Oct 28 2008

## The Average Number of Starters Over Time

For the foreseeable future my work will focus on understanding how specific game situations affect team, unit, and player performance. The end goal is to understand what performance in these specific situations means with respect to true player ability.

To kick this off, I’ve decided to take a very general look at how the average number of starters changes over elapsed game time. First, however, I’ll present the work of another:

Previous Work

Earlier this year, Ben F. over at the APBRmetrics forum created a post called Fun With Charts: Sub Patterns. In this post, Ben linked to a neat tool he created with Open Flash Chart: League Substitution Patterns

This is a pretty cool tool that allows you to see how each team (and their opponents) substitution patterns match up with the league average. I, however, want to take a step back from this level of detail and incorporate the difference between the substitution patterns of home and away teams. Therefore, I am not going to worry about the team variation aspect at this time.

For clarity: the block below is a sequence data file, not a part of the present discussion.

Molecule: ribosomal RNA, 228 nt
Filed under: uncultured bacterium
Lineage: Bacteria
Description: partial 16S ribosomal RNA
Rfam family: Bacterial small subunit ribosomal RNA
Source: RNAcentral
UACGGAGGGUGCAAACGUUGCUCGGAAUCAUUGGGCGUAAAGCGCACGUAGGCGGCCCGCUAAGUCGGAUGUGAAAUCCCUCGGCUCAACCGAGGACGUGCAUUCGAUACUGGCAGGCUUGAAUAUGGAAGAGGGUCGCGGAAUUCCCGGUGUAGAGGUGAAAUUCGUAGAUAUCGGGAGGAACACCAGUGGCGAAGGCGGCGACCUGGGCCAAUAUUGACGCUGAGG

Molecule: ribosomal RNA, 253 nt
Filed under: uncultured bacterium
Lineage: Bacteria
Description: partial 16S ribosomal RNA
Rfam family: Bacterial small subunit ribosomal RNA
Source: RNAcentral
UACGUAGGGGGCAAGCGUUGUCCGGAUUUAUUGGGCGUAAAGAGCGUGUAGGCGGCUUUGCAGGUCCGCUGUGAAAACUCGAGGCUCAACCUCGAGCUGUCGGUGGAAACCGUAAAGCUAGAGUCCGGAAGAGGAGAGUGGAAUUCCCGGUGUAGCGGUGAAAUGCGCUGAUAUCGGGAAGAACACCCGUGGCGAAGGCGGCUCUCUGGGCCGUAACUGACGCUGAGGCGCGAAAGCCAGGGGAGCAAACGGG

My Idea

I really like Ben’s tool, but I want to see how the average team varies over elapsed game time at home and on the road. To do this, I extracted the average number of starters league wide from the 2007-2008 regular season play-by-play data.

The results are summarized by the following graph:

Click Image for Full Size

First I will explain what you see in the graph above. The y-axis, from 5 to 1, is the average number of starters in the game at a given time in the game. The x-axis, from 0 to 48, is the elapsed game time. The blue dots and lines represent the home team, and the red dots and lines represent the away team.

The points represent times at which the data was captured for. The lines are drawn from smoothing splines that I fit with R for each team during each quarter.

Things to Take from This

The first thing I noticed in the data is that there does not appear to be a big difference between the substitution patterns of home versus road teams. This surprised me, but it is actually nice to know that sub patterns can’t explain much of the home court advantage. I will need to look elsewhere for that.